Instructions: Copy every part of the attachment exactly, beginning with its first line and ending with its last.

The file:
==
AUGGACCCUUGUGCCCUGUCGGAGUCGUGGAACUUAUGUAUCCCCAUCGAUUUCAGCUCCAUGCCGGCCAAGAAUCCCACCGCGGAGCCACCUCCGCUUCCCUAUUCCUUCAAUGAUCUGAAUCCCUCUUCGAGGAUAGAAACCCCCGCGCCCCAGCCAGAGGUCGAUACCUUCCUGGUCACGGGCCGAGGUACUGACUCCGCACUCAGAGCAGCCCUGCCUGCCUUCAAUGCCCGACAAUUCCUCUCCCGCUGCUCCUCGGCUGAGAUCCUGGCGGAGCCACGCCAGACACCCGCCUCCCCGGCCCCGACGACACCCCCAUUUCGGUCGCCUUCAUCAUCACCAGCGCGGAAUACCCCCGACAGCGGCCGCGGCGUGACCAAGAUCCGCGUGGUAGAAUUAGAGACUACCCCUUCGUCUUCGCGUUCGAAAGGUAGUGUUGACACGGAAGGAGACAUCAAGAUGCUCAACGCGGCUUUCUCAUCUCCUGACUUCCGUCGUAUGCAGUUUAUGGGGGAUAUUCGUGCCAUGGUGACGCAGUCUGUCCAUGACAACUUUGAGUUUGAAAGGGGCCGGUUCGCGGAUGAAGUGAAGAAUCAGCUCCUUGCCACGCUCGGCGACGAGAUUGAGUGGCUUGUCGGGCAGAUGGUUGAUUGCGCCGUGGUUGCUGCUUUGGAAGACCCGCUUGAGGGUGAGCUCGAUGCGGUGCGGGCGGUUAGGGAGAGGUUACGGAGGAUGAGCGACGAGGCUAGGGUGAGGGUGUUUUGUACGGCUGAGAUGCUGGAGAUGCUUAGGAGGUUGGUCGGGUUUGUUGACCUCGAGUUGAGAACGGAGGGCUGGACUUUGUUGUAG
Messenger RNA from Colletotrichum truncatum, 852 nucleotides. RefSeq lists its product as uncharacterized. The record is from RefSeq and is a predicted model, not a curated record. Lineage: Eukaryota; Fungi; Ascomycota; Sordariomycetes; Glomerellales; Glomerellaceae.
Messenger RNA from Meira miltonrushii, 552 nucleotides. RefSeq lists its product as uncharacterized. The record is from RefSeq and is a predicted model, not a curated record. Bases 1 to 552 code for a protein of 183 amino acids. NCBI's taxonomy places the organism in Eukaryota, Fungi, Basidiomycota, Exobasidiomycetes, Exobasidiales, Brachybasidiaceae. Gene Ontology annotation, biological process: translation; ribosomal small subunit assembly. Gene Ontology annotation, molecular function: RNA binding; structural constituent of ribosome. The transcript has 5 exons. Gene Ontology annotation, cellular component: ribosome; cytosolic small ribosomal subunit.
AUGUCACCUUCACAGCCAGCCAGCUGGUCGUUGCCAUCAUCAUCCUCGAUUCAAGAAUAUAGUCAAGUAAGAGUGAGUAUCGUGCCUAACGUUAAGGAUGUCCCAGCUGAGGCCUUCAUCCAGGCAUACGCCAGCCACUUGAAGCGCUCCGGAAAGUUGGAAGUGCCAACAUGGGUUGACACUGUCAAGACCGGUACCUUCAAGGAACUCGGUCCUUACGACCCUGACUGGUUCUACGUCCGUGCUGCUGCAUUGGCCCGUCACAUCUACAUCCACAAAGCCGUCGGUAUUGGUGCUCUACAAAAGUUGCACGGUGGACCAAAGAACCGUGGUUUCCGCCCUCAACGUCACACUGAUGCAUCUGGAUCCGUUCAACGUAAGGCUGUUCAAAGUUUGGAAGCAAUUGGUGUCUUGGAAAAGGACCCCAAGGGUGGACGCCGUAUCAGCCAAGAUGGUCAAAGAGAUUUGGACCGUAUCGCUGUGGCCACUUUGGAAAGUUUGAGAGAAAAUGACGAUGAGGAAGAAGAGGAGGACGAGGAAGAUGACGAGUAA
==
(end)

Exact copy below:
AUGGACCCUUGUGCCCUGUCGGAGUCGUGGAACUUAUGUAUCCCCAUCGAUUUCAGCUCCAUGCCGGCCAAGAAUCCCACCGCGGAGCCACCUCCGCUUCCCUAUUCCUUCAAUGAUCUGAAUCCCUCUUCGAGGAUAGAAACCCCCGCGCCCCAGCCAGAGGUCGAUACCUUCCUGGUCACGGGCCGAGGUACUGACUCCGCACUCAGAGCAGCCCUGCCUGCCUUCAAUGCCCGACAAUUCCUCUCCCGCUGCUCCUCGGCUGAGAUCCUGGCGGAGCCACGCCAGACACCCGCCUCCCCGGCCCCGACGACACCCCCAUUUCGGUCGCCUUCAUCAUCACCAGCGCGGAAUACCCCCGACAGCGGCCGCGGCGUGACCAAGAUCCGCGUGGUAGAAUUAGAGACUACCCCUUCGUCUUCGCGUUCGAAAGGUAGUGUUGACACGGAAGGAGACAUCAAGAUGCUCAACGCGGCUUUCUCAUCUCCUGACUUCCGUCGUAUGCAGUUUAUGGGGGAUAUUCGUGCCAUGGUGACGCAGUCUGUCCAUGACAACUUUGAGUUUGAAAGGGGCCGGUUCGCGGAUGAAGUGAAGAAUCAGCUCCUUGCCACGCUCGGCGACGAGAUUGAGUGGCUUGUCGGGCAGAUGGUUGAUUGCGCCGUGGUUGCUGCUUUGGAAGACCCGCUUGAGGGUGAGCUCGAUGCGGUGCGGGCGGUUAGGGAGAGGUUACGGAGGAUGAGCGACGAGGCUAGGGUGAGGGUGUUUUGUACGGCUGAGAUGCUGGAGAUGCUUAGGAGGUUGGUCGGGUUUGUUGACCUCGAGUUGAGAACGGAGGGCUGGACUUUGUUGUAG
Messenger RNA from Colletotrichum truncatum, 852 nucleotides. RefSeq lists its product as uncharacterized. The record is from RefSeq and is a predicted model, not a curated record. Lineage: Eukaryota; Fungi; Ascomycota; Sordariomycetes; Glomerellales; Glomerellaceae.
Messenger RNA from Meira miltonrushii, 552 nucleotides. RefSeq lists its product as uncharacterized. The record is from RefSeq and is a predicted model, not a curated record. Bases 1 to 552 code for a protein of 183 amino acids. NCBI's taxonomy places the organism in Eukaryota, Fungi, Basidiomycota, Exobasidiomycetes, Exobasidiales, Brachybasidiaceae. Gene Ontology annotation, biological process: translation; ribosomal small subunit assembly. Gene Ontology annotation, molecular function: RNA binding; structural constituent of ribosome. The transcript has 5 exons. Gene Ontology annotation, cellular component: ribosome; cytosolic small ribosomal subunit.
AUGUCACCUUCACAGCCAGCCAGCUGGUCGUUGCCAUCAUCAUCCUCGAUUCAAGAAUAUAGUCAAGUAAGAGUGAGUAUCGUGCCUAACGUUAAGGAUGUCCCAGCUGAGGCCUUCAUCCAGGCAUACGCCAGCCACUUGAAGCGCUCCGGAAAGUUGGAAGUGCCAACAUGGGUUGACACUGUCAAGACCGGUACCUUCAAGGAACUCGGUCCUUACGACCCUGACUGGUUCUACGUCCGUGCUGCUGCAUUGGCCCGUCACAUCUACAUCCACAAAGCCGUCGGUAUUGGUGCUCUACAAAAGUUGCACGGUGGACCAAAGAACCGUGGUUUCCGCCCUCAACGUCACACUGAUGCAUCUGGAUCCGUUCAACGUAAGGCUGUUCAAAGUUUGGAAGCAAUUGGUGUCUUGGAAAAGGACCCCAAGGGUGGACGCCGUAUCAGCCAAGAUGGUCAAAGAGAUUUGGACCGUAUCGCUGUGGCCACUUUGGAAAGUUUGAGAGAAAAUGACGAUGAGGAAGAAGAGGAGGACGAGGAAGAUGACGAGUAA